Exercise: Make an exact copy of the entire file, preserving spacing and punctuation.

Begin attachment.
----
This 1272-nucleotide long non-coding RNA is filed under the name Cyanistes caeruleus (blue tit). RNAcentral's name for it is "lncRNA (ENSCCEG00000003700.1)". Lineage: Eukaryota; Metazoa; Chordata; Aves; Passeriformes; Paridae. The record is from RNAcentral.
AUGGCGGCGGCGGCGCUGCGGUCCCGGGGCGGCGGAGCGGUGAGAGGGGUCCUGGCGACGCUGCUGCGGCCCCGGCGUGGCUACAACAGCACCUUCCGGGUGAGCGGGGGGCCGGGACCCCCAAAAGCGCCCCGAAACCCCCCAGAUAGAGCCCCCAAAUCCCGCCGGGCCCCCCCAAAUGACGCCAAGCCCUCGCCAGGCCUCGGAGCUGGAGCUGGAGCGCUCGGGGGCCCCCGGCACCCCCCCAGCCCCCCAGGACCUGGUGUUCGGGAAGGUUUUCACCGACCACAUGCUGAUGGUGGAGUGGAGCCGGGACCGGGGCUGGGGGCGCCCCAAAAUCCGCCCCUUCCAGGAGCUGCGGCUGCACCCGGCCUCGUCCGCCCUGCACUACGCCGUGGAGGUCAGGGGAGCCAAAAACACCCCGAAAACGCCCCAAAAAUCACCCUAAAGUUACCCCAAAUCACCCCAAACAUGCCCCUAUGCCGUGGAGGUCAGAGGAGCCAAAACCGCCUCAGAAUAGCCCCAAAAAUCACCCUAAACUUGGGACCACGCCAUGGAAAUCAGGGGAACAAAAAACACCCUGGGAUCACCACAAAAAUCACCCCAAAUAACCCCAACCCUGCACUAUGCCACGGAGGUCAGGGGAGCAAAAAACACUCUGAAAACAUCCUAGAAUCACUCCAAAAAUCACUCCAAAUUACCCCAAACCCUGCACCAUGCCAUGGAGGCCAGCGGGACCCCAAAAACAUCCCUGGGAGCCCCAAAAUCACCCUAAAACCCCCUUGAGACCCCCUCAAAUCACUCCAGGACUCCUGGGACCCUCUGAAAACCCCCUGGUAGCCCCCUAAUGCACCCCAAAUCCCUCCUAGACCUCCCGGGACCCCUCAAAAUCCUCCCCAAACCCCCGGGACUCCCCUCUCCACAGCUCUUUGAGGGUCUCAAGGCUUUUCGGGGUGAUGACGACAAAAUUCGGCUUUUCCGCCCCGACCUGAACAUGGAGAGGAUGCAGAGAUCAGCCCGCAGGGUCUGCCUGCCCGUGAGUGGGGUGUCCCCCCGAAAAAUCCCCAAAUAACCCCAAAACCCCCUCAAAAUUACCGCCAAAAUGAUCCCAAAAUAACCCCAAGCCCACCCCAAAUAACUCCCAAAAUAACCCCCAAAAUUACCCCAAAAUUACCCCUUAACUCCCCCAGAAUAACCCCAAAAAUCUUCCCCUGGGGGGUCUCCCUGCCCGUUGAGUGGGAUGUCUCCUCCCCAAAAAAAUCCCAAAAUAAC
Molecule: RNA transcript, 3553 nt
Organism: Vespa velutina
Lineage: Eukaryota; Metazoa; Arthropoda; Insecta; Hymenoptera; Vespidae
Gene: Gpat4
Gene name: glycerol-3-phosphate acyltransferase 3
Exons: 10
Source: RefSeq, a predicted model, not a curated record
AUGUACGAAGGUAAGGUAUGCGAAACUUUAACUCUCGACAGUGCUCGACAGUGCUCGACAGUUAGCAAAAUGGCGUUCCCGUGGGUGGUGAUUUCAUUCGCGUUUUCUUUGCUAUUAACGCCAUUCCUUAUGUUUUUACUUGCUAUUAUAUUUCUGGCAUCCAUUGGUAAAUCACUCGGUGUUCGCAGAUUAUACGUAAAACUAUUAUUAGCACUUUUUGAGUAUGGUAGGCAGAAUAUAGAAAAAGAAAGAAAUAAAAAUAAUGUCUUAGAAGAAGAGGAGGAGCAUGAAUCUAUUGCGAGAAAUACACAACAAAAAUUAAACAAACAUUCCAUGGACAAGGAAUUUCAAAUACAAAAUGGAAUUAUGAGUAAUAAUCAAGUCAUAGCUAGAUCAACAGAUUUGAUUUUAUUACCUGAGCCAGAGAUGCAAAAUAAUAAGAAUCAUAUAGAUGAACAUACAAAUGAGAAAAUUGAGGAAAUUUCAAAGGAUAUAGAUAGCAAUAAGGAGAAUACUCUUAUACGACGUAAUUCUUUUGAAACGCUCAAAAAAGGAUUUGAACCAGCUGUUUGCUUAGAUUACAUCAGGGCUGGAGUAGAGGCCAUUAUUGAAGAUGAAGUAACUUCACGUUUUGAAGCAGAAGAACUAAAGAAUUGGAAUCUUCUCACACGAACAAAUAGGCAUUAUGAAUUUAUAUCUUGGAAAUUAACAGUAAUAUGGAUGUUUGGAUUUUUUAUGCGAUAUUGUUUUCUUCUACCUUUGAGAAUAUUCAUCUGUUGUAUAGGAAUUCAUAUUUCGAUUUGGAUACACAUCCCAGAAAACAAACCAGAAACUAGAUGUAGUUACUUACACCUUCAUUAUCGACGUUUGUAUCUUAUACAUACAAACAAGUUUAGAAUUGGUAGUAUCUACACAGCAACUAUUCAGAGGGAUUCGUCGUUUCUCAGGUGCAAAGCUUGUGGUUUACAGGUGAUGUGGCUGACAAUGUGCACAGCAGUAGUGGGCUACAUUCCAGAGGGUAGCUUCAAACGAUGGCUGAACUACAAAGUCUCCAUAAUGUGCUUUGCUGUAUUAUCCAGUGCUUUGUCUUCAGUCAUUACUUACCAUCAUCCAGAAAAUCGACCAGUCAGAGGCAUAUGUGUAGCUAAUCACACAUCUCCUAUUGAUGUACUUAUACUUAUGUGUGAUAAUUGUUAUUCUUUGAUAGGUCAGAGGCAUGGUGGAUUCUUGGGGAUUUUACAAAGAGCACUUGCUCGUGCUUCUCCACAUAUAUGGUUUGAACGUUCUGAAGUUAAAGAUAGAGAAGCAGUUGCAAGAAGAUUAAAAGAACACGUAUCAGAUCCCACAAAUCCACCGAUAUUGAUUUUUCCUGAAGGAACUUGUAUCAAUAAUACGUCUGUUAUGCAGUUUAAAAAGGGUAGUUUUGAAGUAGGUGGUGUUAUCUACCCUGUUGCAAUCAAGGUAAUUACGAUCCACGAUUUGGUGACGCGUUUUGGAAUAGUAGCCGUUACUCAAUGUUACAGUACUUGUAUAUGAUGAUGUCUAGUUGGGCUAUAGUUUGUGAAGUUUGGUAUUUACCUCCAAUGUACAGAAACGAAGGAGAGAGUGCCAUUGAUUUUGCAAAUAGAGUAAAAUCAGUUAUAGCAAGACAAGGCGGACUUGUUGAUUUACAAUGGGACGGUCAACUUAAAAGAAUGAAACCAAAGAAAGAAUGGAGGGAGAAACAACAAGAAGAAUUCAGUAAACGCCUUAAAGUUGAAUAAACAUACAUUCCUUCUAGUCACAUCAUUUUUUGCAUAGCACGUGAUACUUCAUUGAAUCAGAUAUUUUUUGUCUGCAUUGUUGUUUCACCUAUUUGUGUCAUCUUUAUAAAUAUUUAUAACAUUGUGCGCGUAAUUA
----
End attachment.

This 1272-nucleotide long non-coding RNA is filed under the name Cyanistes caeruleus (blue tit). RNAcentral's name for it is "lncRNA (ENSCCEG00000003700.1)". Lineage: Eukaryota; Metazoa; Chordata; Aves; Passeriformes; Paridae. The record is from RNAcentral.
AUGGCGGCGGCGGCGCUGCGGUCCCGGGGCGGCGGAGCGGUGAGAGGGGUCCUGGCGACGCUGCUGCGGCCCCGGCGUGGCUACAACAGCACCUUCCGGGUGAGCGGGGGGCCGGGACCCCCAAAAGCGCCCCGAAACCCCCCAGAUAGAGCCCCCAAAUCCCGCCGGGCCCCCCCAAAUGACGCCAAGCCCUCGCCAGGCCUCGGAGCUGGAGCUGGAGCGCUCGGGGGCCCCCGGCACCCCCCCAGCCCCCCAGGACCUGGUGUUCGGGAAGGUUUUCACCGACCACAUGCUGAUGGUGGAGUGGAGCCGGGACCGGGGCUGGGGGCGCCCCAAAAUCCGCCCCUUCCAGGAGCUGCGGCUGCACCCGGCCUCGUCCGCCCUGCACUACGCCGUGGAGGUCAGGGGAGCCAAAAACACCCCGAAAACGCCCCAAAAAUCACCCUAAAGUUACCCCAAAUCACCCCAAACAUGCCCCUAUGCCGUGGAGGUCAGAGGAGCCAAAACCGCCUCAGAAUAGCCCCAAAAAUCACCCUAAACUUGGGACCACGCCAUGGAAAUCAGGGGAACAAAAAACACCCUGGGAUCACCACAAAAAUCACCCCAAAUAACCCCAACCCUGCACUAUGCCACGGAGGUCAGGGGAGCAAAAAACACUCUGAAAACAUCCUAGAAUCACUCCAAAAAUCACUCCAAAUUACCCCAAACCCUGCACCAUGCCAUGGAGGCCAGCGGGACCCCAAAAACAUCCCUGGGAGCCCCAAAAUCACCCUAAAACCCCCUUGAGACCCCCUCAAAUCACUCCAGGACUCCUGGGACCCUCUGAAAACCCCCUGGUAGCCCCCUAAUGCACCCCAAAUCCCUCCUAGACCUCCCGGGACCCCUCAAAAUCCUCCCCAAACCCCCGGGACUCCCCUCUCCACAGCUCUUUGAGGGUCUCAAGGCUUUUCGGGGUGAUGACGACAAAAUUCGGCUUUUCCGCCCCGACCUGAACAUGGAGAGGAUGCAGAGAUCAGCCCGCAGGGUCUGCCUGCCCGUGAGUGGGGUGUCCCCCCGAAAAAUCCCCAAAUAACCCCAAAACCCCCUCAAAAUUACCGCCAAAAUGAUCCCAAAAUAACCCCAAGCCCACCCCAAAUAACUCCCAAAAUAACCCCCAAAAUUACCCCAAAAUUACCCCUUAACUCCCCCAGAAUAACCCCAAAAAUCUUCCCCUGGGGGGUCUCCCUGCCCGUUGAGUGGGAUGUCUCCUCCCCAAAAAAAUCCCAAAAUAAC
Molecule: RNA transcript, 3553 nt
Organism: Vespa velutina
Lineage: Eukaryota; Metazoa; Arthropoda; Insecta; Hymenoptera; Vespidae
Gene: Gpat4
Gene name: glycerol-3-phosphate acyltransferase 3
Exons: 10
Source: RefSeq, a predicted model, not a curated record
AUGUACGAAGGUAAGGUAUGCGAAACUUUAACUCUCGACAGUGCUCGACAGUGCUCGACAGUUAGCAAAAUGGCGUUCCCGUGGGUGGUGAUUUCAUUCGCGUUUUCUUUGCUAUUAACGCCAUUCCUUAUGUUUUUACUUGCUAUUAUAUUUCUGGCAUCCAUUGGUAAAUCACUCGGUGUUCGCAGAUUAUACGUAAAACUAUUAUUAGCACUUUUUGAGUAUGGUAGGCAGAAUAUAGAAAAAGAAAGAAAUAAAAAUAAUGUCUUAGAAGAAGAGGAGGAGCAUGAAUCUAUUGCGAGAAAUACACAACAAAAAUUAAACAAACAUUCCAUGGACAAGGAAUUUCAAAUACAAAAUGGAAUUAUGAGUAAUAAUCAAGUCAUAGCUAGAUCAACAGAUUUGAUUUUAUUACCUGAGCCAGAGAUGCAAAAUAAUAAGAAUCAUAUAGAUGAACAUACAAAUGAGAAAAUUGAGGAAAUUUCAAAGGAUAUAGAUAGCAAUAAGGAGAAUACUCUUAUACGACGUAAUUCUUUUGAAACGCUCAAAAAAGGAUUUGAACCAGCUGUUUGCUUAGAUUACAUCAGGGCUGGAGUAGAGGCCAUUAUUGAAGAUGAAGUAACUUCACGUUUUGAAGCAGAAGAACUAAAGAAUUGGAAUCUUCUCACACGAACAAAUAGGCAUUAUGAAUUUAUAUCUUGGAAAUUAACAGUAAUAUGGAUGUUUGGAUUUUUUAUGCGAUAUUGUUUUCUUCUACCUUUGAGAAUAUUCAUCUGUUGUAUAGGAAUUCAUAUUUCGAUUUGGAUACACAUCCCAGAAAACAAACCAGAAACUAGAUGUAGUUACUUACACCUUCAUUAUCGACGUUUGUAUCUUAUACAUACAAACAAGUUUAGAAUUGGUAGUAUCUACACAGCAACUAUUCAGAGGGAUUCGUCGUUUCUCAGGUGCAAAGCUUGUGGUUUACAGGUGAUGUGGCUGACAAUGUGCACAGCAGUAGUGGGCUACAUUCCAGAGGGUAGCUUCAAACGAUGGCUGAACUACAAAGUCUCCAUAAUGUGCUUUGCUGUAUUAUCCAGUGCUUUGUCUUCAGUCAUUACUUACCAUCAUCCAGAAAAUCGACCAGUCAGAGGCAUAUGUGUAGCUAAUCACACAUCUCCUAUUGAUGUACUUAUACUUAUGUGUGAUAAUUGUUAUUCUUUGAUAGGUCAGAGGCAUGGUGGAUUCUUGGGGAUUUUACAAAGAGCACUUGCUCGUGCUUCUCCACAUAUAUGGUUUGAACGUUCUGAAGUUAAAGAUAGAGAAGCAGUUGCAAGAAGAUUAAAAGAACACGUAUCAGAUCCCACAAAUCCACCGAUAUUGAUUUUUCCUGAAGGAACUUGUAUCAAUAAUACGUCUGUUAUGCAGUUUAAAAAGGGUAGUUUUGAAGUAGGUGGUGUUAUCUACCCUGUUGCAAUCAAGGUAAUUACGAUCCACGAUUUGGUGACGCGUUUUGGAAUAGUAGCCGUUACUCAAUGUUACAGUACUUGUAUAUGAUGAUGUCUAGUUGGGCUAUAGUUUGUGAAGUUUGGUAUUUACCUCCAAUGUACAGAAACGAAGGAGAGAGUGCCAUUGAUUUUGCAAAUAGAGUAAAAUCAGUUAUAGCAAGACAAGGCGGACUUGUUGAUUUACAAUGGGACGGUCAACUUAAAAGAAUGAAACCAAAGAAAGAAUGGAGGGAGAAACAACAAGAAGAAUUCAGUAAACGCCUUAAAGUUGAAUAAACAUACAUUCCUUCUAGUCACAUCAUUUUUUGCAUAGCACGUGAUACUUCAUUGAAUCAGAUAUUUUUUGUCUGCAUUGUUGUUUCACCUAUUUGUGUCAUCUUUAUAAAUAUUUAUAACAUUGUGCGCGUAAUUA